Yes is the short answer, they do. Totes, as the kids say.
We’ve got five reasons why beacons in restaurants make sense.
UPDATE: We’ve published a follow-up to this post with three great scenarios where your restaurant app, combined with a beacon, makes awesome sense.
Skip ahead to read our five reasons, or enjoy a little background first.
It all started with check-ins.
Check-ins, and the possible rewards that stem from them, were what we all thought of when we said location-based marketing. It was actual a cool idea — the notion that you could know who’s in your restaurant — and how often they visit, how widely they’re sharing their visits — and reward them accordingly.
Even typing that last sentence reminds me of the early promise of location-based marketing.
But it never took off, really, despite the promise.
It’s 2014. Things are evolving.
We’re now hearing about beacons. And I’m talking about beacons in restaurants. Do you think they make sense?
I’ve got an article from the UK that I want you to read (but don’t go there just yet). Finish ours, then go read it:
Here’s the deal:
Beacons are coming, like it or not.
We’re super-close to seeing widespread use of beacon technology. Beacons will allow companies to have the same, extensive visit data we’ve all had with our websites for some time now — and I’m not just talking about big brands. I’m talking about mom-and-pops just as much.
For example, through my free deployment of Google Analytics, I can know how many people are at NextRestaurants in real-time, and have been within the last hour, day, week, month, and over custom date ranges. I know where they went on the website (obviously not by name), and in what order pages were viewed.
I know where they entered the website (on what page they landed on, and where they came from), and I know where they exited.
I even have an overview of demographics: age (41% are between 35 and 44), gender (70.7% are male), and interests (7.4% would categorize themselves as “Technophiles,” while 4.2% would categorize themselves as “Foodies.”).
We shouldn’t be surprised that someone wants to bring that to the physical world.
Beacons make so much sense to retailers, but they make great sense for the restaurant industry too. So, including those visit insights, here are five ways they could be used:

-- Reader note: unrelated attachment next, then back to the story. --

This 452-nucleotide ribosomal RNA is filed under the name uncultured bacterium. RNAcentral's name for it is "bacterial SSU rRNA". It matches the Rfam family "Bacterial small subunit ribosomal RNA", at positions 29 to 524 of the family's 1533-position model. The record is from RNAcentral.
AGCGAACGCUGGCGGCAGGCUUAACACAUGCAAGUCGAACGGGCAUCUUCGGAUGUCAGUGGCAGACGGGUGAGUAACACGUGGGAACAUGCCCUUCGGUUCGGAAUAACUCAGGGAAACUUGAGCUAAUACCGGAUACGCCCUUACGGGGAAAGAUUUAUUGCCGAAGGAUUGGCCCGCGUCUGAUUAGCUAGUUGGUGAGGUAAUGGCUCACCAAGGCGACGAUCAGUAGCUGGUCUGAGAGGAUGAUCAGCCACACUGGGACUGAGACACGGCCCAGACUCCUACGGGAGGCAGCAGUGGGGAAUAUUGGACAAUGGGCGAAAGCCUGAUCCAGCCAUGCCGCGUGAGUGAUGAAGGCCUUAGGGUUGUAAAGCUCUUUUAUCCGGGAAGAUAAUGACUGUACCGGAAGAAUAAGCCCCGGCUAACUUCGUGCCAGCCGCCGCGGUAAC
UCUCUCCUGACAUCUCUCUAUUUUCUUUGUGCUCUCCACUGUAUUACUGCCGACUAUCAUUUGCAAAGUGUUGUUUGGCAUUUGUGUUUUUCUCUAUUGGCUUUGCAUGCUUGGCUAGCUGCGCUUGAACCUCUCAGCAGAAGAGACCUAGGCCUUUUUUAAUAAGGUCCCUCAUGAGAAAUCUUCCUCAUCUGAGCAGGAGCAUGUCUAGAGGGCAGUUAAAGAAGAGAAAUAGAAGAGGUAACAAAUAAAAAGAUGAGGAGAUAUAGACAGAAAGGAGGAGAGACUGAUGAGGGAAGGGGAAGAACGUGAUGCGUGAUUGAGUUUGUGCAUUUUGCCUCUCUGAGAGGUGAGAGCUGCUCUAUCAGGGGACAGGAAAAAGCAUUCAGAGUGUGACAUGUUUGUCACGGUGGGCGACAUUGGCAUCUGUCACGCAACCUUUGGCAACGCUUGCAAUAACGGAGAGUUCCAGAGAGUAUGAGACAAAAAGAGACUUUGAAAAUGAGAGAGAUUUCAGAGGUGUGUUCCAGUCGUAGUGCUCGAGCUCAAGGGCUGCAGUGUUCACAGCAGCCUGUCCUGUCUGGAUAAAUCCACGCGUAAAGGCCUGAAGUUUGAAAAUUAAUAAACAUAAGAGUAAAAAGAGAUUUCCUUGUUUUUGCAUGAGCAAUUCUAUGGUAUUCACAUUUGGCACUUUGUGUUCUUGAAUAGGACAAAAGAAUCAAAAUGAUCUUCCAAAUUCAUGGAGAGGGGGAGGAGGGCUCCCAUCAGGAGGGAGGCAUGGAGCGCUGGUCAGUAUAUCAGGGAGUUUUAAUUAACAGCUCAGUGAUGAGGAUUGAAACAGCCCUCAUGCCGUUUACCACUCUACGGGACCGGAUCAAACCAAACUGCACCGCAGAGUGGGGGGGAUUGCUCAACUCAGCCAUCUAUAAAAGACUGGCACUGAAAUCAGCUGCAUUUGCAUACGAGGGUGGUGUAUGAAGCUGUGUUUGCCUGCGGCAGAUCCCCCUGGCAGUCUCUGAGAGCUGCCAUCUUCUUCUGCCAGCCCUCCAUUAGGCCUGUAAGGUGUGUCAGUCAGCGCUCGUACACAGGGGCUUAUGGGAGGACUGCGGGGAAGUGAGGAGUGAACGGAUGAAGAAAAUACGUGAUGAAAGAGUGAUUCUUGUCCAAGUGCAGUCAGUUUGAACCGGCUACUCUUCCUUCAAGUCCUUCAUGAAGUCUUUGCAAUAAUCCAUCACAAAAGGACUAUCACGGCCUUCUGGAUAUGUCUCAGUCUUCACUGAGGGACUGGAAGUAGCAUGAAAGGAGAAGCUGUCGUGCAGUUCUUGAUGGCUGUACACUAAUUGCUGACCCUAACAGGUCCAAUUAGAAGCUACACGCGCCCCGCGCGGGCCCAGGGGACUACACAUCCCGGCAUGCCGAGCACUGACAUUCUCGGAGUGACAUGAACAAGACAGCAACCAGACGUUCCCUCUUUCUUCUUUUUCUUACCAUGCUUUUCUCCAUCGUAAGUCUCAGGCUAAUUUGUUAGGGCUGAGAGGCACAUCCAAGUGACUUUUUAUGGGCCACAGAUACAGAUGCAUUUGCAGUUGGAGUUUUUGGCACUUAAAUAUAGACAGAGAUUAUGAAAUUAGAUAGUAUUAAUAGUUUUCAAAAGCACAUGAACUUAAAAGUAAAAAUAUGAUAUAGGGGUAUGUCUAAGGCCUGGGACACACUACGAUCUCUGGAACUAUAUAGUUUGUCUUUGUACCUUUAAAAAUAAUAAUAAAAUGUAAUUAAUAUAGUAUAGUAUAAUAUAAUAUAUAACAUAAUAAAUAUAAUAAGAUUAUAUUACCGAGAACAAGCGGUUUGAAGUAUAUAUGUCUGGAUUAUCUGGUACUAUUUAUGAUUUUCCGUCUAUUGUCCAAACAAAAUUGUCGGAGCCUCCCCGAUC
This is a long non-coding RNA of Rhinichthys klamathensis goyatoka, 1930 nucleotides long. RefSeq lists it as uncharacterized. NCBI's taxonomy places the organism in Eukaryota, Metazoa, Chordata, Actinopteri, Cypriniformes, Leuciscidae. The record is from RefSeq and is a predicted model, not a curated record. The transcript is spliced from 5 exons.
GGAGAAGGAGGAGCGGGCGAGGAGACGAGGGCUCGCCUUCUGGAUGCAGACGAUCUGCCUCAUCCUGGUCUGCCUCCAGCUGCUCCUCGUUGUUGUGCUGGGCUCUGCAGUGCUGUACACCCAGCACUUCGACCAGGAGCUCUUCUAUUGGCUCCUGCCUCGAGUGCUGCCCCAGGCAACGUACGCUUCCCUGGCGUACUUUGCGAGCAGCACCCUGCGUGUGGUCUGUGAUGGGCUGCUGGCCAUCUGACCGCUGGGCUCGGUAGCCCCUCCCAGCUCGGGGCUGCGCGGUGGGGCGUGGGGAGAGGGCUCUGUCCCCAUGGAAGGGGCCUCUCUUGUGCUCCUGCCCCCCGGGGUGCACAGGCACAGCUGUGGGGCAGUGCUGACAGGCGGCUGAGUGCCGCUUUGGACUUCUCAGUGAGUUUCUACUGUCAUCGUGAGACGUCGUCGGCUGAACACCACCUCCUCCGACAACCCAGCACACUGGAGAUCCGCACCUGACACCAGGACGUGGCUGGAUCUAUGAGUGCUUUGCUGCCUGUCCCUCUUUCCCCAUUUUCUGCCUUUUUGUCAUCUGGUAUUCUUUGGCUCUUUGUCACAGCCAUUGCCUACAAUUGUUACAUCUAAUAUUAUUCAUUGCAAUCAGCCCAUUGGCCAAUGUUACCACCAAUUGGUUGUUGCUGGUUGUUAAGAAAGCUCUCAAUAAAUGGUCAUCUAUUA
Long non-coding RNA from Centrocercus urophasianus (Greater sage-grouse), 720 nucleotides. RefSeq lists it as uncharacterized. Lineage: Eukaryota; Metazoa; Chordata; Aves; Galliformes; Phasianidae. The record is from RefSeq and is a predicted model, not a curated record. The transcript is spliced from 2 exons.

1. To deliver custom menus to VIP customers.
Someone — Yelp? OpenTable? A new startup? — is going to build it into their app to allow beacon-delivered custom menus to guests based on criteria such as visit history and past purchases. You could conceivably deliver a custom, maybe even secret, menu to your best guests based on these types of criteria.
If you’re so inclined, you could partner with a beacon technology provider to build such functionality into your own app.
2. To deliver custom pricing to different customers.
Why not go one step further? If you’re going to deliver a custom menu, might as well deliver custom pricing, giving special rewards to your very best, elite guests. Or, if you’re feeling generous, you could deliver incentive pricing to someone who’s never been to your restaurant.
3. To give you even better insight into your restaurant traffic.
Listen, if you believe in installing analytics software on your website as mentioned above, it doesn’t make sense that you’d be opposed to installing analytics hardware and software into your location to see and compare traffic over time.
The way most beacon technology works is through anonymous data sent by your phone — the beacon device receives that data and then can, if you choose, send customized messaging back. Cut out that second part and at the very least you have deep insight into your real traffic.
Your tickets CAN tell you how many guests you served. Your beacon-delivered analytics could tell you how many actual people visited your restaurant. Mind that gap and maybe you’ve mined more revenue for your restaurant.
4. To let consumers know how busy you are, before they arrive.
The article I mentioned above introduces a company named Presence Orb, who aims to deliver exactly that information to consumers — they’d use a separate app to gauge how loaded the bus is that they want to take, or how busy your restaurant is.
5. To allow guests to make mobile payments.
Dash, only available in NYC today, makes mobile payment via beacon available today. As a consumer, you’d link a bank account to the app. Then, “once a consumer is at a participating bar or restaurant…they can then see their tab in real-time, add tips and checkout by themselves when they leave the restaurant.”
Paypal has also announced their own Beacon product that will enable even independent restaurants to handle transactions with Paypal-using consumers.
So, what can you do TODAY?
Unless you’re a big brand or can partner with Dash in New York City, there’s not a ton you can do with this technology today, as much of it relies on you building your own mobile app. (At least until Paypal launches its platform.)
It is absolutely coming. And you can bet that the aggregated apps that serve as directories and help your restaurant get found — like Yelp, OpenTable, and newcomers who don’t yet exist, will surely build these capabilities soon.
What do you think? Creepy? Awesome? Scared to death? Can’t wait?
If you replied “Awesome” you’ll be happy to know we’ve got an article coming next week on food deliveries via drones.
I’m kidding. For now.
Photo courtesy of Estimote.